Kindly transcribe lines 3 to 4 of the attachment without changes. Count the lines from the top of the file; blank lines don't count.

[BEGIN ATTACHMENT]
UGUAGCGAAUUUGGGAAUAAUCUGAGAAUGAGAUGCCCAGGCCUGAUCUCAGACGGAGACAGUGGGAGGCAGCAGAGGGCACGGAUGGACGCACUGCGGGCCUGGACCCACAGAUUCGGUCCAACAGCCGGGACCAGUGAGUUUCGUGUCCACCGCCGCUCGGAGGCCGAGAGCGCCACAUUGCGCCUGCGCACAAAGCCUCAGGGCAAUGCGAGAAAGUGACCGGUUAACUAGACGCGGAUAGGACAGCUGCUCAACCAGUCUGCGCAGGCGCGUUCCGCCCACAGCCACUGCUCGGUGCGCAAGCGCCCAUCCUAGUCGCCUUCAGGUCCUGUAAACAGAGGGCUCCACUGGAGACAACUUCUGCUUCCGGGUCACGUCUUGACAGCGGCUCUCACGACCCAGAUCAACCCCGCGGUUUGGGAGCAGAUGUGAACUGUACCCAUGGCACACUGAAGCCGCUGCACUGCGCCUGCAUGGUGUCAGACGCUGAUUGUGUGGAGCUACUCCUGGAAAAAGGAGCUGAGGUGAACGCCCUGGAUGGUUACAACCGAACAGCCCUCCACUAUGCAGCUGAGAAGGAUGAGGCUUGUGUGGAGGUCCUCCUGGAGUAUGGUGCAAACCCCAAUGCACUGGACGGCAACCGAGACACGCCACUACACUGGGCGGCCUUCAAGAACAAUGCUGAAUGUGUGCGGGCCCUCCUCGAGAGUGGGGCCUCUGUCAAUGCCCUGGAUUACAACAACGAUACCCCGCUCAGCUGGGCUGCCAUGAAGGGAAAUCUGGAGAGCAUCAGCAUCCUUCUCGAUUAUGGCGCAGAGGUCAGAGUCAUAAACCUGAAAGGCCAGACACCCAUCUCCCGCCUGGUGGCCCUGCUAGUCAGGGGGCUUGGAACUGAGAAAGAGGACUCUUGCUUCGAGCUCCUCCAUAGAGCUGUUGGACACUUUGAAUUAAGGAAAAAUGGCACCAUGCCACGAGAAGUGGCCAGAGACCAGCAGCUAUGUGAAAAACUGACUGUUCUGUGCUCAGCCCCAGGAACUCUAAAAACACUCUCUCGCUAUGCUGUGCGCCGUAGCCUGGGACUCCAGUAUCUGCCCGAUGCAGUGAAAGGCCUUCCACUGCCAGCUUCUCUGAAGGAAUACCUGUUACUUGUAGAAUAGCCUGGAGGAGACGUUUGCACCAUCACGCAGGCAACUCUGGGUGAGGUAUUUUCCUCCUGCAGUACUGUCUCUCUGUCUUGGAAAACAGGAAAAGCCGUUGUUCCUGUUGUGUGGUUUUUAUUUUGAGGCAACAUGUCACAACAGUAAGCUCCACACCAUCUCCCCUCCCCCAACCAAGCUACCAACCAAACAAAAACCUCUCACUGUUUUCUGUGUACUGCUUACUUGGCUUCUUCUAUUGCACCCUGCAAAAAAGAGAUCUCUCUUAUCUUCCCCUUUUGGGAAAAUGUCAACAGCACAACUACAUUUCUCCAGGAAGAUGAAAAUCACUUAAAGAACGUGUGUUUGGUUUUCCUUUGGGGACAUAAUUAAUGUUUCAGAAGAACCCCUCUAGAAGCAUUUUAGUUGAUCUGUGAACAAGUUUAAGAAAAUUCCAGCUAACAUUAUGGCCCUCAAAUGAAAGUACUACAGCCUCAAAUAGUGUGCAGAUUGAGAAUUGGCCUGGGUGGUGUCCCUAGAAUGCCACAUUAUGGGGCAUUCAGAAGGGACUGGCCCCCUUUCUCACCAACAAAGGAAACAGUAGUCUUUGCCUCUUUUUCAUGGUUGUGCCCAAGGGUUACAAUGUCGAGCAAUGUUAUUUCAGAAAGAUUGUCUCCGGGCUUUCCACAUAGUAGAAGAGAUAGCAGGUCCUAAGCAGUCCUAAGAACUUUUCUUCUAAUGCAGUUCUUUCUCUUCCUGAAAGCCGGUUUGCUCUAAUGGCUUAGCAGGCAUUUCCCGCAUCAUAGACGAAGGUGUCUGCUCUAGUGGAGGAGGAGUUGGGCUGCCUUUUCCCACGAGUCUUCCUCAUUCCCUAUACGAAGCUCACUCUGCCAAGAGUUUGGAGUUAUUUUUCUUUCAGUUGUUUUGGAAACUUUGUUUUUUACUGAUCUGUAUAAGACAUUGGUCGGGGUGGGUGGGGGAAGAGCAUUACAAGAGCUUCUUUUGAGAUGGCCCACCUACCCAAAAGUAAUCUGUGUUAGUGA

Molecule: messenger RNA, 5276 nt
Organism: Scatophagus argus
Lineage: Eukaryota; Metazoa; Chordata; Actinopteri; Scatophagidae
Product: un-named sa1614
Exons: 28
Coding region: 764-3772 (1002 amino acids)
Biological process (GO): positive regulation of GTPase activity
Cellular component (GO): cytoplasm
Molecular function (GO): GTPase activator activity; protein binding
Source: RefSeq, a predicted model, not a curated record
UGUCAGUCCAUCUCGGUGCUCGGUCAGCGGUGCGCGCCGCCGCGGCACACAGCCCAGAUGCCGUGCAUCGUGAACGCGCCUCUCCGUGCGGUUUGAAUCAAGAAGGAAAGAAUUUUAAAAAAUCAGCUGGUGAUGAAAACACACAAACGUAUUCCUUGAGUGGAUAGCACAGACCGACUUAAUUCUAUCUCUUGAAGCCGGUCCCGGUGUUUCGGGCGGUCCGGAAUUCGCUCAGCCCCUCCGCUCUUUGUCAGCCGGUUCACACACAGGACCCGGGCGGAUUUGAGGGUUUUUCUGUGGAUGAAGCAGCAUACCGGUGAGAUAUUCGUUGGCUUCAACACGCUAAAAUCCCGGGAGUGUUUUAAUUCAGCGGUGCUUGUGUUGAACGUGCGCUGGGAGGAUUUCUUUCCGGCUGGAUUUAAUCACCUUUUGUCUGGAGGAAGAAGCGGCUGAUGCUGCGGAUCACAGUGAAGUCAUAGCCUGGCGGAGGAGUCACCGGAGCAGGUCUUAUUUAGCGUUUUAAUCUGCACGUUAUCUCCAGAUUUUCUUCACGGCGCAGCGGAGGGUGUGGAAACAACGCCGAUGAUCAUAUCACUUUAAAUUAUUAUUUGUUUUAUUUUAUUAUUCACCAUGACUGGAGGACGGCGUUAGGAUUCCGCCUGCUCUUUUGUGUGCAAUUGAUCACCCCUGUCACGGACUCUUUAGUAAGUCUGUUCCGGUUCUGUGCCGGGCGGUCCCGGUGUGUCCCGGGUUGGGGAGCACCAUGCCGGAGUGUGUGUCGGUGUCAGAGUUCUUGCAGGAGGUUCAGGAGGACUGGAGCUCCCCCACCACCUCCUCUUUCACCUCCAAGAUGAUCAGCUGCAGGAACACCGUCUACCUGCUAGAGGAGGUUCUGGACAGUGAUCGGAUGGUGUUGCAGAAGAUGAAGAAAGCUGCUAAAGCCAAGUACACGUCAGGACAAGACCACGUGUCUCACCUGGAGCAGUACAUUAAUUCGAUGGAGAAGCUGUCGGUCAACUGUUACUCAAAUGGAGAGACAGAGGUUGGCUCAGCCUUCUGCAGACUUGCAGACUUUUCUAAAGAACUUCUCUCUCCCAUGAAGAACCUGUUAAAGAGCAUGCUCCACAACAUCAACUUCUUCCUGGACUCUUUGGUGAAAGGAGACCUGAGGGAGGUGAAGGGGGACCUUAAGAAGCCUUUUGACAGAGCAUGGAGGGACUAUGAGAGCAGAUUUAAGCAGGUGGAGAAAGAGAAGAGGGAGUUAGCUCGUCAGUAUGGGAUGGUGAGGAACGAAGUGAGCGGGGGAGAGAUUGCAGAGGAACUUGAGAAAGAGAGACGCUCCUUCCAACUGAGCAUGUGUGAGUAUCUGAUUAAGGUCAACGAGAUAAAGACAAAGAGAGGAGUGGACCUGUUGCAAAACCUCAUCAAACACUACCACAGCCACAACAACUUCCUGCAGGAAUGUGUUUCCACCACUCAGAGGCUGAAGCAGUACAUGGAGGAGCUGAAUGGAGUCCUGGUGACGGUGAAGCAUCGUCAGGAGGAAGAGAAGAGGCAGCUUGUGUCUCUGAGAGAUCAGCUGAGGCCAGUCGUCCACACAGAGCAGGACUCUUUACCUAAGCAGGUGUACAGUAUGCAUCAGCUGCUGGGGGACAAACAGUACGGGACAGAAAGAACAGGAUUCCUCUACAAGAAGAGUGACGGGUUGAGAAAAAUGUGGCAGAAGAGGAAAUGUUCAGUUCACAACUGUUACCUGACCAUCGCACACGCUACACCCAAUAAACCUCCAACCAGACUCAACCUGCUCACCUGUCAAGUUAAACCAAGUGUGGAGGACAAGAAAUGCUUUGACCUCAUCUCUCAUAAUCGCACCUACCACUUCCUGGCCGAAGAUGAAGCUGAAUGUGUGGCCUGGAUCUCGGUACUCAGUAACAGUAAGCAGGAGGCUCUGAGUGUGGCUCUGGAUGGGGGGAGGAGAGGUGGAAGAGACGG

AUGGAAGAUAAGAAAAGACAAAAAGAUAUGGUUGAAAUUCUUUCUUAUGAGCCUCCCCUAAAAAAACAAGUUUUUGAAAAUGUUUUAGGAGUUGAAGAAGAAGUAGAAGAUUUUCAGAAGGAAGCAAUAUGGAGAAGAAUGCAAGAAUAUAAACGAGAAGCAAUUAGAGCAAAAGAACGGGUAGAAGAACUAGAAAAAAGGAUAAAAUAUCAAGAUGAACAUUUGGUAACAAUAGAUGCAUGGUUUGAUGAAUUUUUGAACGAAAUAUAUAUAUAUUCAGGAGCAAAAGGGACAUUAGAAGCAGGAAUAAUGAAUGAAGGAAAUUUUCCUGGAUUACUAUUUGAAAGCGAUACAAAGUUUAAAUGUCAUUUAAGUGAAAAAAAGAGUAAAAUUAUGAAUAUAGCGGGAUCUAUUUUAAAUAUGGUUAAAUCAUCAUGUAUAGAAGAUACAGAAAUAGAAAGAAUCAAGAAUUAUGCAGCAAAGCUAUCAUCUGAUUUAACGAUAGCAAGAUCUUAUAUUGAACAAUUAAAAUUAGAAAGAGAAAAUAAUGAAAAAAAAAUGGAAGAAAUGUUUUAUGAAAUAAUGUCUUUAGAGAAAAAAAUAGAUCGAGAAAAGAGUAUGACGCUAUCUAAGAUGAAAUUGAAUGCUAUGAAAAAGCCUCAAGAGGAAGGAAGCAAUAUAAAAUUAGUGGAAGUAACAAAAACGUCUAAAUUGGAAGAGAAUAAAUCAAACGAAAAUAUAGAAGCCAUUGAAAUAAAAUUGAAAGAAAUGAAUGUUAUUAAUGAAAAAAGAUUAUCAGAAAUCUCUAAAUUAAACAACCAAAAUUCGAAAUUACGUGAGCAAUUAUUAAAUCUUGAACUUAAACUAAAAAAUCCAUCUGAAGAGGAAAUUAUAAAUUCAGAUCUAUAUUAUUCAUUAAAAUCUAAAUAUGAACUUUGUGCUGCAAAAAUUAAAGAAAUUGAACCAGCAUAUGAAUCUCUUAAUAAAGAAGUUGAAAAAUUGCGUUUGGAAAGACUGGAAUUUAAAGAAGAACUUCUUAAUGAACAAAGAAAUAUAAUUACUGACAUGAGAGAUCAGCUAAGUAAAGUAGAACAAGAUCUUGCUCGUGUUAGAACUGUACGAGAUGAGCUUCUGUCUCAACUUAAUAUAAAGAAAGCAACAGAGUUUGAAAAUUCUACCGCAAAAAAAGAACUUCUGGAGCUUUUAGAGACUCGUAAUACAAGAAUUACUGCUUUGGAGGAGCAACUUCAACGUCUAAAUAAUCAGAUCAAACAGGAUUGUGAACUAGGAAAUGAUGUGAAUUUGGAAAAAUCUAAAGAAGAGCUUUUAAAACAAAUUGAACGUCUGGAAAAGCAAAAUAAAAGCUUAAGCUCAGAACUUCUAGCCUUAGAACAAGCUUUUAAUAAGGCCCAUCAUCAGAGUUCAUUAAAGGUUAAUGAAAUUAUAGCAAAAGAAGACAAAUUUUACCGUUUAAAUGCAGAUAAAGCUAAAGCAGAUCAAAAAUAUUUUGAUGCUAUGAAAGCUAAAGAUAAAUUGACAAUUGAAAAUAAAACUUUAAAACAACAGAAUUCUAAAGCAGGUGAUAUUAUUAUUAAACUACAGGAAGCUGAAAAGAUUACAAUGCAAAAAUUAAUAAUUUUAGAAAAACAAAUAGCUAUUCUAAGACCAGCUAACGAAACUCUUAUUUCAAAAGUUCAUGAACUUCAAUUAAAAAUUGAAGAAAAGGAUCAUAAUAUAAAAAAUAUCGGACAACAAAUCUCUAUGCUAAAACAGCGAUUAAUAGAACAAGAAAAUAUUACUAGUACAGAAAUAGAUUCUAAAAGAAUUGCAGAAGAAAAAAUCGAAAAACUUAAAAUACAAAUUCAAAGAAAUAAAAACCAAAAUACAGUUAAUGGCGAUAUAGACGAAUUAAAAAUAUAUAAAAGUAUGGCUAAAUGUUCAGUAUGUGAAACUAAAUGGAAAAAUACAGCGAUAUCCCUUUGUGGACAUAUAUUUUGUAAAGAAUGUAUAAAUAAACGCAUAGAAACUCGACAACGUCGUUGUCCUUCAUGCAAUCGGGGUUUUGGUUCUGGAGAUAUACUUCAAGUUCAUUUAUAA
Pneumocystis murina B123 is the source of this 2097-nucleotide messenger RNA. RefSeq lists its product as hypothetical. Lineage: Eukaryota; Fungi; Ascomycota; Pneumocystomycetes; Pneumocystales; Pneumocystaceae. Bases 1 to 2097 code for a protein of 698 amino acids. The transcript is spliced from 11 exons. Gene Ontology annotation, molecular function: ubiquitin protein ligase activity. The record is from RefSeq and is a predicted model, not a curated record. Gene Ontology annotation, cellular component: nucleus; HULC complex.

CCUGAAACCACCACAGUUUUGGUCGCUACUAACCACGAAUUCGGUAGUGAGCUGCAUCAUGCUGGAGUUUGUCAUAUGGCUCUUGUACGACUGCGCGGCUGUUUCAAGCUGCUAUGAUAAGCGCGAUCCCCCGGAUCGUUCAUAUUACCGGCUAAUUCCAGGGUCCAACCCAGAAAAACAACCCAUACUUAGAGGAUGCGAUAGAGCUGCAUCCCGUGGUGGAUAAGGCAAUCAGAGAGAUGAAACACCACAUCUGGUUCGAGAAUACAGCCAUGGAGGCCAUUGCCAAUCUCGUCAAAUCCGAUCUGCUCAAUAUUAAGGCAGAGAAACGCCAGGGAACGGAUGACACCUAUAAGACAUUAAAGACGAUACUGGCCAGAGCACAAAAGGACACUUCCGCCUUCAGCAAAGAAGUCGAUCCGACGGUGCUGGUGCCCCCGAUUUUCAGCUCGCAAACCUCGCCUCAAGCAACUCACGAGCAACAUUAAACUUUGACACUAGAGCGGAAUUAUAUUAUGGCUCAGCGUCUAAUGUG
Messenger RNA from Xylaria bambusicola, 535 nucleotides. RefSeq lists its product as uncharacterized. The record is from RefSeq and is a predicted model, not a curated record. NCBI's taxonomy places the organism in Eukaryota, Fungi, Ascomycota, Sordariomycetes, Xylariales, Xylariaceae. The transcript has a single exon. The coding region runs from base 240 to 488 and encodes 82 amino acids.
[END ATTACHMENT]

Organism: Scatophagus argus
Lineage: Eukaryota; Metazoa; Chordata; Actinopteri; Scatophagidae